Getting behind the wheel is something many of us do daily. Whether it’s to take your children to school, work or collect your weekly food shop, driving plays an important role in many people’s lives. However, several health conditions can significantly impact our ability to drive safely and securely.
If you suffer from a specific condition, it’s always wise to check if you need to declare it to the Driver and Vehicle Licensing Agency (DVLA).
If you don’t inform the DVLA of a medical condition that could affect your driving ability, you could be fined up to £1,000.
You could also put yourself and fellow motorists and road users at serious risk of incident and injury. You may even face prosecution if an accident happens because of your condition.
With a register of nearly 200 health conditions that could hinder your driving skills, it’s worth discovering if yours appears on the DVLA list. In the meantime, here are a few common medical conditions that may affect your driving while offering tips on staying safe in your vehicle.
Epilepsy affects the brain, causing bursts of electrical activity – known as seizures – which significantly impact your cerebral activity. Possible symptoms include losing awareness and jerking uncontrollably, becoming stiff, collapsing, and passing out.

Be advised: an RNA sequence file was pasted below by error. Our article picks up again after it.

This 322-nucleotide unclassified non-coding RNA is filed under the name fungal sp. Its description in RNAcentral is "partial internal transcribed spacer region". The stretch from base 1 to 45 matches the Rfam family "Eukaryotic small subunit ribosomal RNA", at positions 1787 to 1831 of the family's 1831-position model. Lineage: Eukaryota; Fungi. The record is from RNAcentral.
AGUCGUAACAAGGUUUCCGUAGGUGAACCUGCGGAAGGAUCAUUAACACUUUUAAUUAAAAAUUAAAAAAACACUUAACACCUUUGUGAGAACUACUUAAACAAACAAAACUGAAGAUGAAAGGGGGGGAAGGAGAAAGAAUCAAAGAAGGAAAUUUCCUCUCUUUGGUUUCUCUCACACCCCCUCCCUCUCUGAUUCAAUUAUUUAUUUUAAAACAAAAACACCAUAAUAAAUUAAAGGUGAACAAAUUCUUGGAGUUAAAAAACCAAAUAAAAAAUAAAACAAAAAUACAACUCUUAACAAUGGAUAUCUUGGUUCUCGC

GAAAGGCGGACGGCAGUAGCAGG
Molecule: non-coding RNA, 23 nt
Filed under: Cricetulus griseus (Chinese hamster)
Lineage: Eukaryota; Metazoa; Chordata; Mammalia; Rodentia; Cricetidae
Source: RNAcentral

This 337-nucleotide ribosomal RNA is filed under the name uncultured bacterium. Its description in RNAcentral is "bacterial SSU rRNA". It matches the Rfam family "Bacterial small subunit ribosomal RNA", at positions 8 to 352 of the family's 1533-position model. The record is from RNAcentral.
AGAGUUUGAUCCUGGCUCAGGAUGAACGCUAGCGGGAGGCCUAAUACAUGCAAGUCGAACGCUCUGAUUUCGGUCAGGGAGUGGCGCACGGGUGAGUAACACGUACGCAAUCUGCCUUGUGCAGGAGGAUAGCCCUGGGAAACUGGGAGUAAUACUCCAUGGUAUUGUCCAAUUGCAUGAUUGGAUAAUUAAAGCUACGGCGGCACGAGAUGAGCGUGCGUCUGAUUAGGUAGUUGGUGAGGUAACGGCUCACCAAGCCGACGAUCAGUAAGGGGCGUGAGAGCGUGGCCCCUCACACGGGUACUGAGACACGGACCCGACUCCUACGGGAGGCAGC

Sudden seizures can be incredibly dangerous if they occur while you’re at the wheel, especially if they result in blackouts.
If you have epilepsy or have suffered from a one-off seizure, you must let the DVLA know. In fact, you will need to surrender your licence and will usually have to be seizure-free for at least 12 months before you can reenter the driving seat.
That said, if seizures only happen in your sleep (whether at night or during a daytime snooze) or don’t influence your consciousness, you may still be allowed to drive.
But whether you feel safe and happy to do so is completely up to you.
In the UK alone, more than 4.9 million people have diabetes. When it comes to driving, motorists living with diabetes shouldn’t be massively affected. Nevertheless, depending on your medication type, you will likely have to inform the DVLA of your condition.
What’s more, some of the complications of diabetes, including problems with your retina and nerve damage, can make it more challenging for you to stay in control of your vehicle.
According to Diabetes UK, you should always check your blood sugar levels, which must be at least 5mmol/l before you set off.
Also, don’t forget to bring your treatments, meals, and snacks.
In the event of a hypo, when the blood sugar levels drop too low, you must stop by law.
Generally speaking, people with heart or circulatory conditions are still allowed to drive, and it’s rare for them to be banned. Based on your treatment and how serious your heart problem is, the DVLA may ask you to stop driving for a little while.
This is often the case if your heart or circulatory condition causes you to feel dizzy, faint or even black out.